The PEOPLE, Plaintiff and Respondent, v. Jeffrey O'Neil SKINNER, Defendant and Appellant.
Defendant was charged with possession of marijuana, in violation of section 11530 of the Health and Safety Code. After a trial by the court (trial by jury having been duly waived), he was found guilty. The criminal proceedings were suspended and in November 1961 defendant was committed to the California Rehabilitation Center under the provisions of section 6451 of the Penal Code as that section then provided. In February 1964 he was discharged from that program and was returned to the criminal court for further proceedings.
On February 21, 1964, he appeared in court before Judge Diether, represented by private counsel; the matter was continued until February 28, 1964, in another department. He next appeared before Judge Snidow on February 27, 1964, still represented by the same counsel. A supplemental probation report was ordered and a further continuance, until March 12, 1964, was ordered; defendant was released on his own recognizance. On March 12, 1964, defendant, again being represented by the same counsel, the matter was again continued (by Judge Snidow) until April 16, 1964, in order to allow the probation officer more time to complete his report. Defendant did not appear on April 16th, a bench warrant was issued and he finally appeared on July 30, 1964, without counsel, before Judge Whyte. The proceedings on that date were as follows:
‘THE COURT: Jeffrey O'Neil Skinner. Jeffrey O'Neil Skinner, is that your true name?
‘THE DEFENDANT: Yes, sir.
‘THE COURT: Mr. Skinner, you were some time ago arraigned before this court on a charge of violation of Section 11530 of the Health and Safety Code, tried and found guilty as charged, subsequently committed to the Narcotics Center for treatment. You were discharged from the Narcotics Center, returned to this courtroom.
‘The case was twice continued, the second time of which you failed to show up, and this matter is now before the court on a bench warrant pick-up.
‘Do you have private counsel?
‘THE DEFENDANT: No, sir.
‘THE COURT: Any money or property with which to employ private counsel?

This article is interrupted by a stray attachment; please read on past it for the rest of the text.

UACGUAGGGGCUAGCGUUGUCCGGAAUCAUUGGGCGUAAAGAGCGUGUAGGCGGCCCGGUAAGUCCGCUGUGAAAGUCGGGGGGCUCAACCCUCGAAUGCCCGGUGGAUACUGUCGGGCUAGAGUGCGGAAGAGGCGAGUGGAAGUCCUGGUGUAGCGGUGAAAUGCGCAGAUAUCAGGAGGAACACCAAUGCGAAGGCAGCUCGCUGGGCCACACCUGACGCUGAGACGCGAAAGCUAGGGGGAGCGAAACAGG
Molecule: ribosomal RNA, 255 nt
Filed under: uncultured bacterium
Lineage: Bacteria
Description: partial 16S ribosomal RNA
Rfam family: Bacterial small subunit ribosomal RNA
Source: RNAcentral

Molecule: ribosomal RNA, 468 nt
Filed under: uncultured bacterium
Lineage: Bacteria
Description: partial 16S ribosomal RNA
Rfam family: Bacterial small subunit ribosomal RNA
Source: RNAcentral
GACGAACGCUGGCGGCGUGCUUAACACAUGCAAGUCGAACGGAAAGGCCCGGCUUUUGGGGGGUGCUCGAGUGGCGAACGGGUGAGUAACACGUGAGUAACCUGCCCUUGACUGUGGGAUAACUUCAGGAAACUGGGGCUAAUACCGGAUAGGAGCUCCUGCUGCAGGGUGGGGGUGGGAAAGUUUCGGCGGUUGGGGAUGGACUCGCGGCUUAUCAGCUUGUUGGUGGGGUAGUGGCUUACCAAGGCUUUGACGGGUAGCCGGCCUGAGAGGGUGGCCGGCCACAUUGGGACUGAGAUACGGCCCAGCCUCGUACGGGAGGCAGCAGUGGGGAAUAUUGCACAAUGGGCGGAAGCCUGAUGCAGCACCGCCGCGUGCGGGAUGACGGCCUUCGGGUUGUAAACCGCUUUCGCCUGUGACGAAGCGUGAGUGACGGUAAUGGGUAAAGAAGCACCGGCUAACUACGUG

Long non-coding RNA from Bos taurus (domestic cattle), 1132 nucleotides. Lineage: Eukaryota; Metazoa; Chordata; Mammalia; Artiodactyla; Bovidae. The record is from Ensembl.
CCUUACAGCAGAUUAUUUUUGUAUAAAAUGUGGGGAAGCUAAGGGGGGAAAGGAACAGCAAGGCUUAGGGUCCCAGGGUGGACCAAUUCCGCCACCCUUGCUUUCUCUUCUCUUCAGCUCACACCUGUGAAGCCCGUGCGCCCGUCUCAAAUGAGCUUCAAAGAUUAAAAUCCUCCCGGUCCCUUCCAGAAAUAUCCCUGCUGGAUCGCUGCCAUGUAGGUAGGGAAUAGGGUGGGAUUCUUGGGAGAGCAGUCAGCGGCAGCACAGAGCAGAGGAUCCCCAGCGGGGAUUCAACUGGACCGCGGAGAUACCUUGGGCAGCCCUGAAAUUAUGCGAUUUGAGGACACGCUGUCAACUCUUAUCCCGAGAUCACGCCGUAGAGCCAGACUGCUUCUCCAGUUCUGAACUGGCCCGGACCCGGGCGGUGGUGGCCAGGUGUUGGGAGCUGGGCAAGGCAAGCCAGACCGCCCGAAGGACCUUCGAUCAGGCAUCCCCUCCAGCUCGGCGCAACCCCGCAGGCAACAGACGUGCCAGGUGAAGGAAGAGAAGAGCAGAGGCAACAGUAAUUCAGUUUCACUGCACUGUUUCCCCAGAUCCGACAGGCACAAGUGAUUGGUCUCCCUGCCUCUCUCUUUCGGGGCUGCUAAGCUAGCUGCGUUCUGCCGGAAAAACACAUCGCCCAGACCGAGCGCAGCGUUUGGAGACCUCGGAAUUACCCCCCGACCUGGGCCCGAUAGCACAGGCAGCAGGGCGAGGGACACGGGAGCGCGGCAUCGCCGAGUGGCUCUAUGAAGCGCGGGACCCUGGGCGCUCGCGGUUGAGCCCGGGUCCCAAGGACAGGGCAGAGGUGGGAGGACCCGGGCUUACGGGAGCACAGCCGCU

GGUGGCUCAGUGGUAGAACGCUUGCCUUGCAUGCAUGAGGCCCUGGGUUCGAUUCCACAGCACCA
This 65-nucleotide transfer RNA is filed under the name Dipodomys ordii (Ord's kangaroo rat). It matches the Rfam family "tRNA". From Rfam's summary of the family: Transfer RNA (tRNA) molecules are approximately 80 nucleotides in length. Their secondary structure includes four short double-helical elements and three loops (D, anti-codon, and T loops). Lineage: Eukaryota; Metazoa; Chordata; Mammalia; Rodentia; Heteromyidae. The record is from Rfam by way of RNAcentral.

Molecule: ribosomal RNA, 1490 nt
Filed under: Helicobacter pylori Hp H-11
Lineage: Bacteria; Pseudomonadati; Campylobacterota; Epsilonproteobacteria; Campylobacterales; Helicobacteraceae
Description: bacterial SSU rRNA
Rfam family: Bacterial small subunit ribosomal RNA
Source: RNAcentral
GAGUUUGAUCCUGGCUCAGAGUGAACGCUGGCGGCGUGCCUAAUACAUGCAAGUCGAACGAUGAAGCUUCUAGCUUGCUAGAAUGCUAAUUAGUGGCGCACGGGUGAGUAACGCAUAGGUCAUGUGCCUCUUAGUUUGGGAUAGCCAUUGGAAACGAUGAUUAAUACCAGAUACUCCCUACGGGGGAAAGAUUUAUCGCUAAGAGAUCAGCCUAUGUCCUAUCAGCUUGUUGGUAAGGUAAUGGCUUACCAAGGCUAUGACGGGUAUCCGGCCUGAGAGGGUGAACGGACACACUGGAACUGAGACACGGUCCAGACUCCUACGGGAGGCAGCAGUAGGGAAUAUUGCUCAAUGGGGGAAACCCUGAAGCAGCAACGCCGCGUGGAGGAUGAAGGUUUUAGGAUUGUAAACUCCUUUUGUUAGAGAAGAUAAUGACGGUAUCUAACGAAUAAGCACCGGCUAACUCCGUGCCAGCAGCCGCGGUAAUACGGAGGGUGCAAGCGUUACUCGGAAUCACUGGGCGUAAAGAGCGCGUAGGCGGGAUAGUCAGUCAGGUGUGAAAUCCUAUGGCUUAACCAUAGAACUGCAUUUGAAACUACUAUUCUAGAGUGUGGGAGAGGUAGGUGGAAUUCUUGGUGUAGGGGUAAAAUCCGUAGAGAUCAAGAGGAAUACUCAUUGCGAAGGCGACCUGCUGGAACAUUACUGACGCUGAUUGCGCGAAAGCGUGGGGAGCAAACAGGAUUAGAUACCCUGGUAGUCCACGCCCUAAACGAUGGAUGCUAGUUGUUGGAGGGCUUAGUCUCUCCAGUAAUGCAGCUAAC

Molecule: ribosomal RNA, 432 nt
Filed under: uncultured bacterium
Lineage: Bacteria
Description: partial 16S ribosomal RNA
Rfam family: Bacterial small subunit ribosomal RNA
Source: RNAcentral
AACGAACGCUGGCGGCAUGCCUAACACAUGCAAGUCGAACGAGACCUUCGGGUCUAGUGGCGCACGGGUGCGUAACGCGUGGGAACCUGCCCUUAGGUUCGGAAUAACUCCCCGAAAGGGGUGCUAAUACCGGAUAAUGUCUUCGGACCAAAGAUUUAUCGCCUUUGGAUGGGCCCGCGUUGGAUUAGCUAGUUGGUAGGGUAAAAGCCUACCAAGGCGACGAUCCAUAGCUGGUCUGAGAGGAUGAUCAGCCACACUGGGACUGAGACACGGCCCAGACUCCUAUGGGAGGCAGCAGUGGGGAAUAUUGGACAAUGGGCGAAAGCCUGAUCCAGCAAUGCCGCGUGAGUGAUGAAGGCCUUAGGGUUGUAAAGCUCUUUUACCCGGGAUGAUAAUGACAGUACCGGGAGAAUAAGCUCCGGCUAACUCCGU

‘THE DEFENDANT: No, sir.
‘THE COURT: You are now in custody?
‘THE DEFENDANT: Yes.
‘THE COURT: Do you desire the services of the Public Defender in connection with this matter?
‘THE DEFENDANT: I don't think it is necessary, Your Honor.
‘THE COURT: How did it happen you didn't show up when this matter was here on the 16th of April?
‘THE DEFENDANT: I started out but I didn't make it. Then I went back and my lawyer said that he had appeared for me and it all round about, to sum it all up, I did 28 months out at the program, you know, and the way the Probation Department was talking to me when I went to see them he sounded like he was going to recommend probation and I in turn felt leery of coming back, so I didn't appear the next time.
‘THE COURT: This matter will be continued two weeks; supplemental probation report requested.'1
On August 13, 1964, defendant again appeared, again without counsel, before Judge Whyte, and the following proceedings took place:
‘THE COURT: People versus Jeffrey O'Neil Skinner.
‘Jeffrey O'Neil Skinner, is that your true name?
‘THE DEFENDANT: Yes, it is, your Honor.
THE COURT: On July 30 counsel was appointed to represent you in this matter.
‘THE DEFENDANT: No, sir.
‘THE COURT: Did you have private counsel?
‘THE DEFENDANT: I was going to represent myself.
‘MR. MALKAN: Who represented you in Dept. 100?
‘THE DEFENDANT: I don't know. I haven't been informed of Dept. 100.
‘THE COURT: This matter was before this Court on July 13 and a supplemental report was ordered at that time. At that time were you advised of your right to counsel or not?
‘THE DEFENDANT: Yes, I was, your Honor.
‘THE COURT: You declined to have counsel appointed; is that correct?
‘THE DEFENDANT: Yes, sir.
‘THE COURT: At this time do you still feel you desire to represent yourself or would you like the Court at this time to appoint Counsel to represent you?
‘THE DEFENDANT: I feel I can talk for myself.
‘THE COURT: What is the situation in regard to this Hermosa Beach charge?
‘THE DEFENDANT: There is three forgery checks involved.
‘THE COURT: This matter is before the Court on a charge of violation of probation. The Court has read the supplemental probation report.2 You have had an opportunity to check that report.
‘THE DEFENDANT: I don't believe I was ever on probation, your Honor.
‘THE COURT: That is right, you were here before the probation report was ordered, after you had been committed under the narcotic program and the matter was back here.
‘Have you had an opportunity to check this probation report?
‘THE DEFENDANT: No, I haven't.
‘THE COURT: All right, it is here. You take it over and read it and then return it to me and we will put this matter at the end of the calendar. I will talk to you further about it at that time.
‘(A short recess was taken.)
‘THE COURT: People versus Jeffrey O'Neil Skinner.
‘Mr. Skinner, have you had an opportunity to read the probation officer's report? Is there anything you wish to present in your behalf?